Candy OlsonDr. Candy Olson graduated from veterinary school in 1978, and has been working as a small animal veterinarian ever since. She started her own practice, Greenbriar Animal Hospital, in Fairfax, Virginia in 1993 with a goal to providing a very personal level of service, like an old fashioned family doctor’s office. The hospital has grown into a busy 2 doctor practice with a full time dog and cat groomer. The practice and Dr. Olson have received several awards for top quality service to her patients and their owners, but what she enjoys the most is fine tuning the day to day care of her patients, and helping their owners cope with medical and behavioral issues that pop up in today’s lifestyles. Dr. Olson is particularly interested in the care of geriatric pets and in pets with multiple medical and/or behavioral problems. She keeps her veterinary knowledge current by reading more than 8 veterinary journals every month, and by attending more than 80 hours of continuing education meetings each year (Virginia requires 15 hours per year). She also serves as a mentor for student veterinary technicians and high school students interested in veterinary medicine. Her hobbies include gardening, travel, and photography (photography is an extended family hobby). Some of her photos and some of her family’s photos are framed and on display at the animal hospital.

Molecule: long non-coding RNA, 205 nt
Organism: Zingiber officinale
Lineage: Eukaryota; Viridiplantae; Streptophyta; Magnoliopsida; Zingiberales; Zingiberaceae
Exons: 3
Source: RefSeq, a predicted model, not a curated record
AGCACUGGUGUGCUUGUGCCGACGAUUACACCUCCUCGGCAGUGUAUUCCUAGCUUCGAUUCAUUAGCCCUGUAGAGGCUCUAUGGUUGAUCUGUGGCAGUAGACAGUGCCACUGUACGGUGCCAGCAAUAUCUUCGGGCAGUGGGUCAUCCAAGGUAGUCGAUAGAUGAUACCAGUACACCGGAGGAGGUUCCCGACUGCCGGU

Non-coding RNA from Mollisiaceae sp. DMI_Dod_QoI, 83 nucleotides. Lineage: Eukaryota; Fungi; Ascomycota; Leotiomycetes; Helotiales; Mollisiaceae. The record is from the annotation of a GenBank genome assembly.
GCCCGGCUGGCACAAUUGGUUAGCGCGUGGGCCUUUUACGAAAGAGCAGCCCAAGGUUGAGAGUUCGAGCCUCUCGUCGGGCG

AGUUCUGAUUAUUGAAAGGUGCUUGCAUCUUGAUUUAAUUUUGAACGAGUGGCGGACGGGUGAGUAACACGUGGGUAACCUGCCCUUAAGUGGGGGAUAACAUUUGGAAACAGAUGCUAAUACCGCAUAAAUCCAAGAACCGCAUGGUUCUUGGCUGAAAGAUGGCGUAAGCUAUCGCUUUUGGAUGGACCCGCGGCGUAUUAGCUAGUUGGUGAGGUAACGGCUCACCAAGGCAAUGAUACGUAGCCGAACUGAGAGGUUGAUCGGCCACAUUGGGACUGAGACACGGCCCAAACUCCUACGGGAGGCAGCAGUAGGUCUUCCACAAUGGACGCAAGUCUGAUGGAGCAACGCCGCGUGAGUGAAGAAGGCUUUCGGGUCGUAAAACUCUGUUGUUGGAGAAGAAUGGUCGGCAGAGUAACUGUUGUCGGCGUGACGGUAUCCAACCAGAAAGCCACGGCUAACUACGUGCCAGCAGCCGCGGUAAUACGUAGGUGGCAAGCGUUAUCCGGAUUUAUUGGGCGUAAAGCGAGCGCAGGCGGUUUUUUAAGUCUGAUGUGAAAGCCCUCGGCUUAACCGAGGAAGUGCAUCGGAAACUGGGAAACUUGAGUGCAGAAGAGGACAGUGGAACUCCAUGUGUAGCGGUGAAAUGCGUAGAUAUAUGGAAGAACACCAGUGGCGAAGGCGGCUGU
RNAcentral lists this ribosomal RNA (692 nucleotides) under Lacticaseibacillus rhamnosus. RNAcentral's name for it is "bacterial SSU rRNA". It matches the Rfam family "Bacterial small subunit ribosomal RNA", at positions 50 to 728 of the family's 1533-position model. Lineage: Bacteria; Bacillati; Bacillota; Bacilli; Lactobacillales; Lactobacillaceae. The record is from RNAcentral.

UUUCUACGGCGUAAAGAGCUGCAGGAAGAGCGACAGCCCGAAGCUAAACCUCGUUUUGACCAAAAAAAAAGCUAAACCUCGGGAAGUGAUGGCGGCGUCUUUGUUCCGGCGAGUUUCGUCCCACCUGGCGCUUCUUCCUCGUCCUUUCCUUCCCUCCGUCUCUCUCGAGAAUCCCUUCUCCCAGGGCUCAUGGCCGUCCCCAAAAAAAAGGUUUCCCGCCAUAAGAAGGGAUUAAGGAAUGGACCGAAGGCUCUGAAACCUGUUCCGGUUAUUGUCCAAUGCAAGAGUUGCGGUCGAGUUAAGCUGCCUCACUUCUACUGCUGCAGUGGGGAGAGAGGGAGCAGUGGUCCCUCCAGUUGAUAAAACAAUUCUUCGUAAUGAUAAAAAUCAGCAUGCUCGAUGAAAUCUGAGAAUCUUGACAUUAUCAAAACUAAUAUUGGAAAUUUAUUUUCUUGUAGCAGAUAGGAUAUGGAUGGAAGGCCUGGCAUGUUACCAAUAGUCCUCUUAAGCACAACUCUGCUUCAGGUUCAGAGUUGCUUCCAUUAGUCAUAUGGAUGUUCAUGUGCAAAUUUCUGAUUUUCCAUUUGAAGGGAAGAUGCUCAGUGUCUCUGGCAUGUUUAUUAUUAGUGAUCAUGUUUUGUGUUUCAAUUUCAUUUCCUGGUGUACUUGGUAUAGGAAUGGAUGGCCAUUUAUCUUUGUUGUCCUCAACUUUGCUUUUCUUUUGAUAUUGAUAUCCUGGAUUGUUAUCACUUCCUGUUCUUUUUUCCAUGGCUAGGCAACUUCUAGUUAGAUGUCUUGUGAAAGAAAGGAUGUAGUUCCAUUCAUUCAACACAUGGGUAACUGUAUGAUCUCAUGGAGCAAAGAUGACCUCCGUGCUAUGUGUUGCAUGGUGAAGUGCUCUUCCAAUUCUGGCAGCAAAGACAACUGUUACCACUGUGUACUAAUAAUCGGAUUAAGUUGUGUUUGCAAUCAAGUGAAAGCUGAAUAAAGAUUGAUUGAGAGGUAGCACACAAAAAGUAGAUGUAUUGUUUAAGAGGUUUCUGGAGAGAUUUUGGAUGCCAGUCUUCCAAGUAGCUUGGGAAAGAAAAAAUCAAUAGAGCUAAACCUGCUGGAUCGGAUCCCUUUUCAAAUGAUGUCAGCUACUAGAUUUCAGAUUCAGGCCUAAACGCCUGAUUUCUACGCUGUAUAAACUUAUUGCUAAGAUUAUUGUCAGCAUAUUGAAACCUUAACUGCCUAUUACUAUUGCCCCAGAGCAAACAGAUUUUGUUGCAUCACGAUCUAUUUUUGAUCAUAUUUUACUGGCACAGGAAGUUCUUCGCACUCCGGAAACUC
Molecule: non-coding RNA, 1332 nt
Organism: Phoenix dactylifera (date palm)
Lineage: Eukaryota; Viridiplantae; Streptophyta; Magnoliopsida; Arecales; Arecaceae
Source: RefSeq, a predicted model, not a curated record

Hi, I am Dr. Candy Olson from Greenbriar Animal Hospital. We're shooting a series of videos on tips for how to care for your dog at home. This section is tips on feeding, and we've got a bunch of information for you; in general for puppies, to adults, to senior dogs. One of the important things about food for dogs is you want to try and get the best food that you can afford. There are a lot of good premium dog foods out there. The decision about whether you get a certain brand or another, do a little bit of research, experiment, and see what you're comfortable with. If you have any questions about food, ask your veterinarian, they can give you a lot of good information. As far as the general type of food is concerned, the big thing for dogs is that dry food is what has all the calories. So, if your dog is underweight, barely managing to keep weight, dry food is good. If you're on the other end of the scale and your dog is really struggling and is heavily overweight, you want to give it a lot less dry food and replace that dry food with something that's lower in calories and still healthy. You really have three options for that lower in calories and still healthy kind of thing. The first thing that you can do is replace it with some canned food. Canned food in general is much lower in calories, especially if it's the kind of diet canned food. This food right here, for example, this is a prescription food that is made for dogs who are overweight and need to lose weight. It's very yummy, one of the best tasting foods, we practically never had a dog turn it down. The difference in calories here is, this is a regular dog food, kind of standard sort of calories, and this is a regular dry food standard sort of calories. These two cans have the same amount of calories as this can, which has the same amount of calories as three quarters of a cup of this dry. Now, I don't know about you, but if I was a dog I would want that rather than that, it's just not very much. It's tough for dogs because the thing with dogs is they're supposed to be hungry, they're supposed to live hungry, that's a dogs natural state. It's people that get involved in this that are always, oh, you shouldn't have to be hungry, giving him stuff, and they don't get enough exercise so they get overweight, and you get in this whole vicious cycle. It's tough to be strict enough, to say no, you're supposed to be hungry, you don't get to eat anything more. So, working this volume thing and being able to give them more without giving them more calories is a whole lot easier. So, you can do the diet canned food, it works great. You can also take half of their dry food away and replace it with vegetables. Things that you would consider to be free, more or less calorie free, if you were on a diet; carrots, green beans, cauliflower, that kind of stuff. If you do that, you do want to stay away from canned vegetables, because even the low sodium canned vegetables are very high in salt, and that's not good for dogs.